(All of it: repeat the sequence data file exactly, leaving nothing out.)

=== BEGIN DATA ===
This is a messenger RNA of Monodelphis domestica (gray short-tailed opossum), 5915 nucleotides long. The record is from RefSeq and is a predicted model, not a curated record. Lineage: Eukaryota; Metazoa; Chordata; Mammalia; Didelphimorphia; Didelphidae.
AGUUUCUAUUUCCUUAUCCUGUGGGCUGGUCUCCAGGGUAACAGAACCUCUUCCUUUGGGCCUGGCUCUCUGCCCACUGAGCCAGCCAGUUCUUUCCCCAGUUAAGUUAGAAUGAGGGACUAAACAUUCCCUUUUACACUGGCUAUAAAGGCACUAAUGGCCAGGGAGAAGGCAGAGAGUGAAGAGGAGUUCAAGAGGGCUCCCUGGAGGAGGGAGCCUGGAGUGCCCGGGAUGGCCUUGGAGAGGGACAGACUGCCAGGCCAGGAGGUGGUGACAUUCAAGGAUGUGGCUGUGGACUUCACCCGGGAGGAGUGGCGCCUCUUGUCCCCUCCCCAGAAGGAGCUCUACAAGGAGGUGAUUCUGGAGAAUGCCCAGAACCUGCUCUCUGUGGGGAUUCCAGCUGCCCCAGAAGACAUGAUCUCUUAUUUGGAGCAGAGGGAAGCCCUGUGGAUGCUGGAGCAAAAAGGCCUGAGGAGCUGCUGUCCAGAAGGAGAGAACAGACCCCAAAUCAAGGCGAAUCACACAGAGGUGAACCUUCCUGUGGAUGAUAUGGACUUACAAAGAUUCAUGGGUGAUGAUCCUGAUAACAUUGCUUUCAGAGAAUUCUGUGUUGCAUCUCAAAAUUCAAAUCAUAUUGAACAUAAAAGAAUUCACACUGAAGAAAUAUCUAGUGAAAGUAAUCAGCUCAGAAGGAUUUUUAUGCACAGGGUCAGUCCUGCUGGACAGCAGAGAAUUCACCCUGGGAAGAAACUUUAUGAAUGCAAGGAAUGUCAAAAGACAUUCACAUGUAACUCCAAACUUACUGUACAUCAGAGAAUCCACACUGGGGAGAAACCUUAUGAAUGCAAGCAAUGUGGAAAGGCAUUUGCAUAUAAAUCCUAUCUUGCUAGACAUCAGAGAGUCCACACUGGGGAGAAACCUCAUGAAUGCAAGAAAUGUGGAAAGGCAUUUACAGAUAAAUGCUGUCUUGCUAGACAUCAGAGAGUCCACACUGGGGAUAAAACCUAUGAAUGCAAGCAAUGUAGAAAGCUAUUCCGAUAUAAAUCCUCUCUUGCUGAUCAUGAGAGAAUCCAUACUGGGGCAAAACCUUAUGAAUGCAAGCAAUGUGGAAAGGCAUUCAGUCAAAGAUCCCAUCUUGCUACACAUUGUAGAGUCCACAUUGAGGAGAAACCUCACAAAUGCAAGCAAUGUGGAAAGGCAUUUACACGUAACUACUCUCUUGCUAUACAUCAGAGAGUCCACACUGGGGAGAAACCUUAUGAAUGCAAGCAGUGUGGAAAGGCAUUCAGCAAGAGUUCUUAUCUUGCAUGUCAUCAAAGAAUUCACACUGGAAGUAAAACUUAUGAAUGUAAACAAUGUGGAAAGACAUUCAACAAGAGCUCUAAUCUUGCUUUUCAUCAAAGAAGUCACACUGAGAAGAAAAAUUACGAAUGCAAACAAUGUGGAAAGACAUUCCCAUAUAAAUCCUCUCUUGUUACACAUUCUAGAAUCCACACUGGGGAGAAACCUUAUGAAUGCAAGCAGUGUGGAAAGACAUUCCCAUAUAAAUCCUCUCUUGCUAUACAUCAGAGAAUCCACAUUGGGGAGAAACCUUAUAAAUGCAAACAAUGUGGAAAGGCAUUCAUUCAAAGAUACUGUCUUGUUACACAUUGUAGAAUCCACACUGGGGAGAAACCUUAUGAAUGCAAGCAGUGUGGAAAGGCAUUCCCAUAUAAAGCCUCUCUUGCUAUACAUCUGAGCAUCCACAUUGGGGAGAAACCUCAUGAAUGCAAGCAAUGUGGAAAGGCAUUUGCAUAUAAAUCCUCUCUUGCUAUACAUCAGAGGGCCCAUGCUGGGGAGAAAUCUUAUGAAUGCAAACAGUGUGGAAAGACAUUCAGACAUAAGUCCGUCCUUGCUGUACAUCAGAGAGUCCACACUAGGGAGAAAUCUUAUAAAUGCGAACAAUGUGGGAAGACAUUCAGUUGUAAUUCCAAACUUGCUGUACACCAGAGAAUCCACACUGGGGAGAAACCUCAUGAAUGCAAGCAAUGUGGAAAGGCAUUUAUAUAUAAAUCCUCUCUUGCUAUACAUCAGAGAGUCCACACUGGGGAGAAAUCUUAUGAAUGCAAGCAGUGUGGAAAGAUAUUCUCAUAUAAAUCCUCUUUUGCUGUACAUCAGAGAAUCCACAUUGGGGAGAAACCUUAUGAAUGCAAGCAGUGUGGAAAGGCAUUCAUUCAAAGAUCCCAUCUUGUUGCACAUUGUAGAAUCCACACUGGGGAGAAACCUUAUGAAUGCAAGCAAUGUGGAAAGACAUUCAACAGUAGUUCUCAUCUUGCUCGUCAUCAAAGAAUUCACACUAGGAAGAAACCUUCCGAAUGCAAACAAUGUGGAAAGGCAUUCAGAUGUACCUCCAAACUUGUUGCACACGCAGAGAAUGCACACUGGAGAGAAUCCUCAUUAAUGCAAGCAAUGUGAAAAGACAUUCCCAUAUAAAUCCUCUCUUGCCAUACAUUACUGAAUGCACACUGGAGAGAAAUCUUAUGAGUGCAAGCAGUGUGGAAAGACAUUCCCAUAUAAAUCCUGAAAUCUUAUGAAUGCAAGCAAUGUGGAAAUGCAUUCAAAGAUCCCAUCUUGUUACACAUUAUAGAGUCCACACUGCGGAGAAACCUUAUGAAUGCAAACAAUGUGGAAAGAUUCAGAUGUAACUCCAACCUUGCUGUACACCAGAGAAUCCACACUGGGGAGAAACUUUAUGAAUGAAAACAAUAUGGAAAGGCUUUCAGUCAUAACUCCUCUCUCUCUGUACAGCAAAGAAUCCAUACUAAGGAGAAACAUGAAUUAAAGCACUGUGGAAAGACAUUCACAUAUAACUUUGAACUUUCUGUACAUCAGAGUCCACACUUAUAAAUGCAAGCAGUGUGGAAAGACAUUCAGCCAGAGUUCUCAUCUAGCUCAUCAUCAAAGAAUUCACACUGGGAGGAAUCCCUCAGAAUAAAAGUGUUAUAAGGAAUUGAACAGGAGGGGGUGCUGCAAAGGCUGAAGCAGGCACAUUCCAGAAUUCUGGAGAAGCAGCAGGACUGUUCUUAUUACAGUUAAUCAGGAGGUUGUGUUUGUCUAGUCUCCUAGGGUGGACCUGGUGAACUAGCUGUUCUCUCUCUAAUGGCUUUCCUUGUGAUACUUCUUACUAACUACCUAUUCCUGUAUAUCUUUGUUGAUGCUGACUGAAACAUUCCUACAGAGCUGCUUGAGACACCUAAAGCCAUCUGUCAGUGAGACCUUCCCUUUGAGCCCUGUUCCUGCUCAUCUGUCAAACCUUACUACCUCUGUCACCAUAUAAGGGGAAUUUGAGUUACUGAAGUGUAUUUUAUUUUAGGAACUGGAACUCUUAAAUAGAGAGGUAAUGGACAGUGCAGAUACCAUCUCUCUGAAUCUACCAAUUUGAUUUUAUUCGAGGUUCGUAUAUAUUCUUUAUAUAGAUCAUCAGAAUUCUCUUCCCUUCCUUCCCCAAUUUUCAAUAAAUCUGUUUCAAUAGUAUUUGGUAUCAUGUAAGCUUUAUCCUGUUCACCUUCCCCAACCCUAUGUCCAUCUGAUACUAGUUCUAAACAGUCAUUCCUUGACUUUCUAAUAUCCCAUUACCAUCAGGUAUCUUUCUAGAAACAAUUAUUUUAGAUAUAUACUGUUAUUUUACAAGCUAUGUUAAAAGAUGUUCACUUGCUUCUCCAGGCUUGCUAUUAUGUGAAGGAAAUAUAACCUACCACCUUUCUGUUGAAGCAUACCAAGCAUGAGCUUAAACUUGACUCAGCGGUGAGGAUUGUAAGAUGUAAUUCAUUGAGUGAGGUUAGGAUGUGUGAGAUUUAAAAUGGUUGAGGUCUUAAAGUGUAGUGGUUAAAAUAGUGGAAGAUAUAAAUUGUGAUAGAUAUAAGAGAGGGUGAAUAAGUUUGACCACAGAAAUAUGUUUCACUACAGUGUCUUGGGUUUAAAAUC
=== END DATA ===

This is a messenger RNA of Monodelphis domestica (gray short-tailed opossum), 5915 nucleotides long. The record is from RefSeq and is a predicted model, not a curated record. Lineage: Eukaryota; Metazoa; Chordata; Mammalia; Didelphimorphia; Didelphidae.
AGUUUCUAUUUCCUUAUCCUGUGGGCUGGUCUCCAGGGUAACAGAACCUCUUCCUUUGGGCCUGGCUCUCUGCCCACUGAGCCAGCCAGUUCUUUCCCCAGUUAAGUUAGAAUGAGGGACUAAACAUUCCCUUUUACACUGGCUAUAAAGGCACUAAUGGCCAGGGAGAAGGCAGAGAGUGAAGAGGAGUUCAAGAGGGCUCCCUGGAGGAGGGAGCCUGGAGUGCCCGGGAUGGCCUUGGAGAGGGACAGACUGCCAGGCCAGGAGGUGGUGACAUUCAAGGAUGUGGCUGUGGACUUCACCCGGGAGGAGUGGCGCCUCUUGUCCCCUCCCCAGAAGGAGCUCUACAAGGAGGUGAUUCUGGAGAAUGCCCAGAACCUGCUCUCUGUGGGGAUUCCAGCUGCCCCAGAAGACAUGAUCUCUUAUUUGGAGCAGAGGGAAGCCCUGUGGAUGCUGGAGCAAAAAGGCCUGAGGAGCUGCUGUCCAGAAGGAGAGAACAGACCCCAAAUCAAGGCGAAUCACACAGAGGUGAACCUUCCUGUGGAUGAUAUGGACUUACAAAGAUUCAUGGGUGAUGAUCCUGAUAACAUUGCUUUCAGAGAAUUCUGUGUUGCAUCUCAAAAUUCAAAUCAUAUUGAACAUAAAAGAAUUCACACUGAAGAAAUAUCUAGUGAAAGUAAUCAGCUCAGAAGGAUUUUUAUGCACAGGGUCAGUCCUGCUGGACAGCAGAGAAUUCACCCUGGGAAGAAACUUUAUGAAUGCAAGGAAUGUCAAAAGACAUUCACAUGUAACUCCAAACUUACUGUACAUCAGAGAAUCCACACUGGGGAGAAACCUUAUGAAUGCAAGCAAUGUGGAAAGGCAUUUGCAUAUAAAUCCUAUCUUGCUAGACAUCAGAGAGUCCACACUGGGGAGAAACCUCAUGAAUGCAAGAAAUGUGGAAAGGCAUUUACAGAUAAAUGCUGUCUUGCUAGACAUCAGAGAGUCCACACUGGGGAUAAAACCUAUGAAUGCAAGCAAUGUAGAAAGCUAUUCCGAUAUAAAUCCUCUCUUGCUGAUCAUGAGAGAAUCCAUACUGGGGCAAAACCUUAUGAAUGCAAGCAAUGUGGAAAGGCAUUCAGUCAAAGAUCCCAUCUUGCUACACAUUGUAGAGUCCACAUUGAGGAGAAACCUCACAAAUGCAAGCAAUGUGGAAAGGCAUUUACACGUAACUACUCUCUUGCUAUACAUCAGAGAGUCCACACUGGGGAGAAACCUUAUGAAUGCAAGCAGUGUGGAAAGGCAUUCAGCAAGAGUUCUUAUCUUGCAUGUCAUCAAAGAAUUCACACUGGAAGUAAAACUUAUGAAUGUAAACAAUGUGGAAAGACAUUCAACAAGAGCUCUAAUCUUGCUUUUCAUCAAAGAAGUCACACUGAGAAGAAAAAUUACGAAUGCAAACAAUGUGGAAAGACAUUCCCAUAUAAAUCCUCUCUUGUUACACAUUCUAGAAUCCACACUGGGGAGAAACCUUAUGAAUGCAAGCAGUGUGGAAAGACAUUCCCAUAUAAAUCCUCUCUUGCUAUACAUCAGAGAAUCCACAUUGGGGAGAAACCUUAUAAAUGCAAACAAUGUGGAAAGGCAUUCAUUCAAAGAUACUGUCUUGUUACACAUUGUAGAAUCCACACUGGGGAGAAACCUUAUGAAUGCAAGCAGUGUGGAAAGGCAUUCCCAUAUAAAGCCUCUCUUGCUAUACAUCUGAGCAUCCACAUUGGGGAGAAACCUCAUGAAUGCAAGCAAUGUGGAAAGGCAUUUGCAUAUAAAUCCUCUCUUGCUAUACAUCAGAGGGCCCAUGCUGGGGAGAAAUCUUAUGAAUGCAAACAGUGUGGAAAGACAUUCAGACAUAAGUCCGUCCUUGCUGUACAUCAGAGAGUCCACACUAGGGAGAAAUCUUAUAAAUGCGAACAAUGUGGGAAGACAUUCAGUUGUAAUUCCAAACUUGCUGUACACCAGAGAAUCCACACUGGGGAGAAACCUCAUGAAUGCAAGCAAUGUGGAAAGGCAUUUAUAUAUAAAUCCUCUCUUGCUAUACAUCAGAGAGUCCACACUGGGGAGAAAUCUUAUGAAUGCAAGCAGUGUGGAAAGAUAUUCUCAUAUAAAUCCUCUUUUGCUGUACAUCAGAGAAUCCACAUUGGGGAGAAACCUUAUGAAUGCAAGCAGUGUGGAAAGGCAUUCAUUCAAAGAUCCCAUCUUGUUGCACAUUGUAGAAUCCACACUGGGGAGAAACCUUAUGAAUGCAAGCAAUGUGGAAAGACAUUCAACAGUAGUUCUCAUCUUGCUCGUCAUCAAAGAAUUCACACUAGGAAGAAACCUUCCGAAUGCAAACAAUGUGGAAAGGCAUUCAGAUGUACCUCCAAACUUGUUGCACACGCAGAGAAUGCACACUGGAGAGAAUCCUCAUUAAUGCAAGCAAUGUGAAAAGACAUUCCCAUAUAAAUCCUCUCUUGCCAUACAUUACUGAAUGCACACUGGAGAGAAAUCUUAUGAGUGCAAGCAGUGUGGAAAGACAUUCCCAUAUAAAUCCUGAAAUCUUAUGAAUGCAAGCAAUGUGGAAAUGCAUUCAAAGAUCCCAUCUUGUUACACAUUAUAGAGUCCACACUGCGGAGAAACCUUAUGAAUGCAAACAAUGUGGAAAGAUUCAGAUGUAACUCCAACCUUGCUGUACACCAGAGAAUCCACACUGGGGAGAAACUUUAUGAAUGAAAACAAUAUGGAAAGGCUUUCAGUCAUAACUCCUCUCUCUCUGUACAGCAAAGAAUCCAUACUAAGGAGAAACAUGAAUUAAAGCACUGUGGAAAGACAUUCACAUAUAACUUUGAACUUUCUGUACAUCAGAGUCCACACUUAUAAAUGCAAGCAGUGUGGAAAGACAUUCAGCCAGAGUUCUCAUCUAGCUCAUCAUCAAAGAAUUCACACUGGGAGGAAUCCCUCAGAAUAAAAGUGUUAUAAGGAAUUGAACAGGAGGGGGUGCUGCAAAGGCUGAAGCAGGCACAUUCCAGAAUUCUGGAGAAGCAGCAGGACUGUUCUUAUUACAGUUAAUCAGGAGGUUGUGUUUGUCUAGUCUCCUAGGGUGGACCUGGUGAACUAGCUGUUCUCUCUCUAAUGGCUUUCCUUGUGAUACUUCUUACUAACUACCUAUUCCUGUAUAUCUUUGUUGAUGCUGACUGAAACAUUCCUACAGAGCUGCUUGAGACACCUAAAGCCAUCUGUCAGUGAGACCUUCCCUUUGAGCCCUGUUCCUGCUCAUCUGUCAAACCUUACUACCUCUGUCACCAUAUAAGGGGAAUUUGAGUUACUGAAGUGUAUUUUAUUUUAGGAACUGGAACUCUUAAAUAGAGAGGUAAUGGACAGUGCAGAUACCAUCUCUCUGAAUCUACCAAUUUGAUUUUAUUCGAGGUUCGUAUAUAUUCUUUAUAUAGAUCAUCAGAAUUCUCUUCCCUUCCUUCCCCAAUUUUCAAUAAAUCUGUUUCAAUAGUAUUUGGUAUCAUGUAAGCUUUAUCCUGUUCACCUUCCCCAACCCUAUGUCCAUCUGAUACUAGUUCUAAACAGUCAUUCCUUGACUUUCUAAUAUCCCAUUACCAUCAGGUAUCUUUCUAGAAACAAUUAUUUUAGAUAUAUACUGUUAUUUUACAAGCUAUGUUAAAAGAUGUUCACUUGCUUCUCCAGGCUUGCUAUUAUGUGAAGGAAAUAUAACCUACCACCUUUCUGUUGAAGCAUACCAAGCAUGAGCUUAAACUUGACUCAGCGGUGAGGAUUGUAAGAUGUAAUUCAUUGAGUGAGGUUAGGAUGUGUGAGAUUUAAAAUGGUUGAGGUCUUAAAGUGUAGUGGUUAAAAUAGUGGAAGAUAUAAAUUGUGAUAGAUAUAAGAGAGGGUGAAUAAGUUUGACCACAGAAAUAUGUUUCACUACAGUGUCUUGGGUUUAAAAUC